On June 10, 2013 a 32-year-old "heavily" pregnant woman was reported to have died after having an ovary removed instead of her inflamed appendix. As the infected appendix festered, she became septic and succumbed to multiple organ failure. This tragedy occurred in the UK in late 2011, but has just come to light. How could this have happened?
Federal health officials say they have found bacteria and fungus in drug vials from a Tennessee specialty pharmacy that recalled all of its injectable medicines last month. The FDA said that it identified the growths in two unopened vials of a steroid injection and is working with the CDC to identify the exact species of fungus and bacteria.
Faced with a federal judge's order in the heart-wrenching cases of two terminally ill children seeking lung transplants, a national review board sought a balance that will keep such decisions in the hands of doctors, not lawyers or judges. The executive committee of the Organ Procurement and Transplantation Network resisted making rule changes for children under 12, but created a special appeal and review system to hear such cases.
Physicians from the Department of Surgery at the University of Maryland School of Medicine have determined that outcomes for traumatic injury in patients with organ transplants are not worse than for non-transplanted patients. One theory indicates that severe trauma activates nearly all components of the immune system, triggering a series of responses that lead to inflammation, which can limit tissue damage and promotes repair.
As pediatric specialists become increasingly aware that surgical anesthesia may have lasting effects on the developing brains of young children, new research suggests the threat may also apply to adult brains. Although more research is needed to confirm the study's relevance to humans, the study suggests possible health implications for millions of children and adults who undergo surgical anesthesia annually.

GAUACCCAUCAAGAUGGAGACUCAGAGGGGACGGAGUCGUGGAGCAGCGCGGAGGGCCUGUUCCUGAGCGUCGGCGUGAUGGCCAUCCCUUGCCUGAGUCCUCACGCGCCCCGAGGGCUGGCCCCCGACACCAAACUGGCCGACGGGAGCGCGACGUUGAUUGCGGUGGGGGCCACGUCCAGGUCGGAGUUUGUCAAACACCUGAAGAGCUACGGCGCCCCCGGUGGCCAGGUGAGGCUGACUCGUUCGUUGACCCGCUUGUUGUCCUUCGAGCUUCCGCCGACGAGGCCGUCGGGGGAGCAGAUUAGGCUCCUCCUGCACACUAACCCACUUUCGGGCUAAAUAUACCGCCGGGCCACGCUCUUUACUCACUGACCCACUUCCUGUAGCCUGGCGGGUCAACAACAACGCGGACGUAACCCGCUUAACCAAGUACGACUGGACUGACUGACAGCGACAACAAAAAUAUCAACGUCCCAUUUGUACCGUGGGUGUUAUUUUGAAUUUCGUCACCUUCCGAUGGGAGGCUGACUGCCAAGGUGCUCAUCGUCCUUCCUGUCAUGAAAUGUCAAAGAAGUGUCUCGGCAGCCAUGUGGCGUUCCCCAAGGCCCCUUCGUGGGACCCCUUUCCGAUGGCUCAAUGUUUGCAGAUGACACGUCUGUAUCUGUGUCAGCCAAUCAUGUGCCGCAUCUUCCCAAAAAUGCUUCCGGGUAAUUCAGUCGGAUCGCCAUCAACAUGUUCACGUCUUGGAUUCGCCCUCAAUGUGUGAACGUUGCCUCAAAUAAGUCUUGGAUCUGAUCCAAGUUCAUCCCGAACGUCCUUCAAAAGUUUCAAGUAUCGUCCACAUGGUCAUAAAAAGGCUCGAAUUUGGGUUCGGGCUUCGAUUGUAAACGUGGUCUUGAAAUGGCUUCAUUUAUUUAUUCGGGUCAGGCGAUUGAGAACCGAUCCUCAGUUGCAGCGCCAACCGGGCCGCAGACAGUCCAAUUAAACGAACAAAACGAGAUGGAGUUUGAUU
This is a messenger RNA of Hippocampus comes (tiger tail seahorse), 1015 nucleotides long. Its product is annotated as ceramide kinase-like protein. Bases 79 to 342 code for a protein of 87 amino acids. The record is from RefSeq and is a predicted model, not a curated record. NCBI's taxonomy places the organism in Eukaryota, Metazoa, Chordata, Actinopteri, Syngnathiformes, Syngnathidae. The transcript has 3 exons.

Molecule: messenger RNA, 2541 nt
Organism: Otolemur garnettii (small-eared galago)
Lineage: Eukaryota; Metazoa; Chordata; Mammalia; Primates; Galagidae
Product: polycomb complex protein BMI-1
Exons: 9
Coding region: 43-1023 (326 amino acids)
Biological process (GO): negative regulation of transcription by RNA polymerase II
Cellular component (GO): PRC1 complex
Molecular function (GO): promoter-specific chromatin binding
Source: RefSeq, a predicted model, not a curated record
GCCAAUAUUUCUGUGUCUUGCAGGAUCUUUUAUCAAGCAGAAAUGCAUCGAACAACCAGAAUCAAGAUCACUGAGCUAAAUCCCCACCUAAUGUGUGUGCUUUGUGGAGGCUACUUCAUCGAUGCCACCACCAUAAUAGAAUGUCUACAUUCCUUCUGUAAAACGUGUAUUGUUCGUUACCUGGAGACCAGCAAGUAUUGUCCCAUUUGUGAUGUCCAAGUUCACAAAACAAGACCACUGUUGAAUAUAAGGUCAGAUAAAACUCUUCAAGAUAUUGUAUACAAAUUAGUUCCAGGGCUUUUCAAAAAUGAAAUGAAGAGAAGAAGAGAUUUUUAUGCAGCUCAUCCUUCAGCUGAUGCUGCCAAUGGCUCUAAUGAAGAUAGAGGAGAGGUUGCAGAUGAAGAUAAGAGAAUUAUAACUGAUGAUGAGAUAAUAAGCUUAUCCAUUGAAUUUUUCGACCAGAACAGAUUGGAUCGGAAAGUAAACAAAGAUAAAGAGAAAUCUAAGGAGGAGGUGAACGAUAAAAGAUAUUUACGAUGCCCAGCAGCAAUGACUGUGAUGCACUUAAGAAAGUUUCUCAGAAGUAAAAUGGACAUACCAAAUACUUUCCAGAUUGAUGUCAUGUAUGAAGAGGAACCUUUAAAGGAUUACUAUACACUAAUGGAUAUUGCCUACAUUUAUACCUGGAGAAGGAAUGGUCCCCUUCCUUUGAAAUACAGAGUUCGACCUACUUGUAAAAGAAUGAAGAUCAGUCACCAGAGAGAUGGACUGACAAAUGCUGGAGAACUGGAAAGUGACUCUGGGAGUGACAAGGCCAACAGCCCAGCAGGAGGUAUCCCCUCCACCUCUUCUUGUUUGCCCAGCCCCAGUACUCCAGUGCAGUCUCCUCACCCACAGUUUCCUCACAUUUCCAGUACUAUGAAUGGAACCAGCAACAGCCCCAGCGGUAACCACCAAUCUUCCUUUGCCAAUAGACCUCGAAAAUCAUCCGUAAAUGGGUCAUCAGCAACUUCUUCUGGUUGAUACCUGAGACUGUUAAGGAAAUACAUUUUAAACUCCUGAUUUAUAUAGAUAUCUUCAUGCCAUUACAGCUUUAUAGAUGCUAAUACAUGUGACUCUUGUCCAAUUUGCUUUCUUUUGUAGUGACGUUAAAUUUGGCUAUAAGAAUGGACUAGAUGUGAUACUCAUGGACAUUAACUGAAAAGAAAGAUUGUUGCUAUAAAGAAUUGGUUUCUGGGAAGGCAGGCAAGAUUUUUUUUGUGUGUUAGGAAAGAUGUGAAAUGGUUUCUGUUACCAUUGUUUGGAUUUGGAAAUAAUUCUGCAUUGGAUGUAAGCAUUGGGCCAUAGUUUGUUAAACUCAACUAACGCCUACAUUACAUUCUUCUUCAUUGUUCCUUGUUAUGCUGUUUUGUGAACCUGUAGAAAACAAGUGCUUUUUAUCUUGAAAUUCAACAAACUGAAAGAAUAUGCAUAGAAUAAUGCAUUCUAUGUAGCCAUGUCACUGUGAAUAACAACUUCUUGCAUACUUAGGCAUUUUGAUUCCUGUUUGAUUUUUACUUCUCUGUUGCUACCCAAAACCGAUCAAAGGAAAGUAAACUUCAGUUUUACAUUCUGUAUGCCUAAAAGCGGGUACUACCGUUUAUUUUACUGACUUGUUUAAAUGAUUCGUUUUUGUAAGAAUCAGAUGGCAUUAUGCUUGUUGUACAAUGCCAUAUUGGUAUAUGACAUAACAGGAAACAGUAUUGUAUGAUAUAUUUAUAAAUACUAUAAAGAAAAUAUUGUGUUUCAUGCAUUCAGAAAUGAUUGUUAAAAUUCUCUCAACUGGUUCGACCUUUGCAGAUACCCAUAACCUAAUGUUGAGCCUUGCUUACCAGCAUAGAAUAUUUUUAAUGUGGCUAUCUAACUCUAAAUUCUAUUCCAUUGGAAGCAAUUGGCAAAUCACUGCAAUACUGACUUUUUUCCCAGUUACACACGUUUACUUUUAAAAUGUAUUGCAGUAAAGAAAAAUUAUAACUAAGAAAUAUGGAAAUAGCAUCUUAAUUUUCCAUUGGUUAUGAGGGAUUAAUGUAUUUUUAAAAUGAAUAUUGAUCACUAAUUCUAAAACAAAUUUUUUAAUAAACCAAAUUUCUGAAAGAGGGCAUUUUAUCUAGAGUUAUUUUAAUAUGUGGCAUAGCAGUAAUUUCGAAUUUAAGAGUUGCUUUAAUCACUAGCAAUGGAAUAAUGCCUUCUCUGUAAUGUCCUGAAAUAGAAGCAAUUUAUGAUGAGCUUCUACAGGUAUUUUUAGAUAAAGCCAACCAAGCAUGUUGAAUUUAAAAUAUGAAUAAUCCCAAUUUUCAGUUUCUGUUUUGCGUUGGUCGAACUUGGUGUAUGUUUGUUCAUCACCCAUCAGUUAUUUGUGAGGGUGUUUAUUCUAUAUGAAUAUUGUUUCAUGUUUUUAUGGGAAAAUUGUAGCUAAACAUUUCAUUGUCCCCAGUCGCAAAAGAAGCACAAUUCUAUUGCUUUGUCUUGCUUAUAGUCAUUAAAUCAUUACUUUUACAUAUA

As modern medical advances help more children with complex conditions live longer, a new study shows a significant number suffer from complications caused by medical devices that are also necessary for their survival. Study authors say their research underscores the continued need to improve care for this growing population of children by enhancing medical device safety practices.
(2013 ESP Award Nominee) The Wrong Site Sleeve by Patient Safety Gear, Inc. marks the surgical site with a skin marker which is placed on the patient’s “wrong limb” to avoid any mistakes once the patient is taken to the operating room. The safety sleeve’s fluorescent orange color alerts medical staff once again of the wrong limb for surgery.
Among pediatric heart transplant recipients, failure to adhere to immunosuppressive medication is relatively common and is associated with a high mortality rate, researchers found.Over a 7-year period, 9 percent of heart transplant recipients younger than 18 were non-adherent at least once, which set back his or her recovery, according to Christopher Almond, MD, MPH, of Boston Children's Hospital, and colleagues.
Measuring blood flow in the brain may be an easy, noninvasive way to predict stroke or hemorrhage in children receiving cardiac or respiratory support through a machine called ECMO, according to a new study. Early detection would allow physicians to alter treatment and take steps to prevent these complications—the leading cause of death for patients on ECMO.
In a prospective population-based cohort study, older adults with at with at least one exposure to general anesthesia over eight years had an increased risk of developing dementia compared with age-matched adults who were not exposed to anesthesia over the same period.
Procedures like angioplasty, stenting and bypass surgery may save lives, but they also cause excessive inflammation and scarring, which ultimately can lead to permanent disability and even death. A new research report shows that naturally derived compounds from polyunsaturated fatty acids (omega-3s) may reduce the inflammation associated with these procedures to help arteries more fully and completely heal.